Alessandra Fruci, a mother of two living outside Toronto, knew something wasn’t right when her optometrist dismissed her young daughter’s eye problems. “She was squinting,” says Fruci. “A month and a half later, she started crossing her eyes.” But when Fruci and her husband brought Erica, then age two, to the optometrist for several visits, they were told, “No, she’s fine.’”
Undeterred, Fruci asked her pediatrician to refer her to a pediatric ophthalmologist for a second opinion. There it was revealed that Erica has strabismus, a condition in which the eyes are misaligned and have trouble focusing. She also was extremely farsighted. A pair of glasses solved the problem, and today Erica is a happy, thriving four-year-old.
The experience has taught Fruci to trust her instincts. “If something isn’t quite right, you should pursue it,” she says. “You won’t be sorry in the end.”
Mistakes can happen
Dr. Sholom Glouberman knows this all too well. He’s the president of Patients Canada, a patient-led organization formed to help bring the voice of patients and caregivers to healthcare in Canada and an assistant scientist at Baycrest, a research institute that focuses on aging and neuroscience in Toronto. He himself went for a second opinion after a test detected a precancerous condition in his colon. “It does make a difference to confirm a diagnosis,” says Glouberman. In his case, the second consultation confirmed the need for surgery.
Glouberman says patients are sometimes hesitant to ask for a second opinion because they don’t want to appear to be second-guessing their doctors. And some doctors feel like a second opinion challenges their authority. “There are a lot of feelings involved,” he acknowledges.
That said, the old-school, authoritarian approach to medicine that was popular in the past - where patients never questioned their doctors’ decisions - is changing. “People are taking more responsibility for their healthcare,” says Glouberman. But he suggests patients not second-guess every diagnosis - just serious diseases and chronic conditions such as cancer or chronic obstructive pulmonary disease.
If you are still jumpy about requesting a referral for a second opinion, consider that statistics show the decision could be life-changing. A 2004 study on adverse events among hospital patients in Canada published in the Canadian Medical Association Journal found that 9,000 to 24,000 people die annually from preventable adverse events - unintended injuries or complications caused by health care management rather than the actual disease - some stemming from faulty diagnoses or treatment.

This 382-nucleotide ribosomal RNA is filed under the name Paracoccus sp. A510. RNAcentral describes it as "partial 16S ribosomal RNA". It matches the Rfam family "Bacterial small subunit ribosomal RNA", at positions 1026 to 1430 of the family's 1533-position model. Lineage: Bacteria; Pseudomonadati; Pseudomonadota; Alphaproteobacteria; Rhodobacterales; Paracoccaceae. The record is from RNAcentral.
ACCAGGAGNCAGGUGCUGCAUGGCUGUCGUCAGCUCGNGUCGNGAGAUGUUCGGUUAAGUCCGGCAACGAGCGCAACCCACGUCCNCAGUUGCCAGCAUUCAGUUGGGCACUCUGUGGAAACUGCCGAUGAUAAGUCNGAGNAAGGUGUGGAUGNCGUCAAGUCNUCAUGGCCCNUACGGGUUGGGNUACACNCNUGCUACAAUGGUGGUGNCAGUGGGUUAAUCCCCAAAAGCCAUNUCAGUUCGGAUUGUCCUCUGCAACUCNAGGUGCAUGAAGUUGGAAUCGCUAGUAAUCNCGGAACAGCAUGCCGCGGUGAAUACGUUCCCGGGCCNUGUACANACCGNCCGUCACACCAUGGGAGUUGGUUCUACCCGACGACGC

And a 2006 study on the discrepancy between second and first opinions in surgical oncological patients published in the European Journal of Surgical Oncology found that “one-third of patient-initiated second opinion consultations resulted in a discrepancy with the first opinion.”
It’s because of research like this that the Canadian Medical Association includes the following in its CMA code of ethics: “Respect your patient's reasonable request for a second opinion from a physician of the patient's choice.”
While the best route to a second opinion can be to ask your family physician for a referral to another doctor or to ask your specialist to order a second look at your pathology results, you might be in for a wait. But other options exist: A number of private firms have set up shop offering a second opinion if a patient is seeking one:
- Best Doctors is one such organization. Its services are covered under many employer-sponsored benefit plans and it provides access to 53,000 medical specialists globally.
- Medical Second Opinion provides access to medical specialists at McGill University Health Centre via private health insurance plans upon diagnosis of a serious medical condition.
Fruci certainly won’t hesitate next time she’s unsure about a diagnosis. “I trust my gut. If something doesn’t feel quite right, I have to get a second opinion.”
Three things to do if you have concerns about your diagnosis:
- Find out if you have access to a second opinion as part of your benefits coverage.
- Talk to your pharmacist if you’re worried about medication you've been prescribed.
- Follow your instincts if your body is telling you one thing and your doctor another.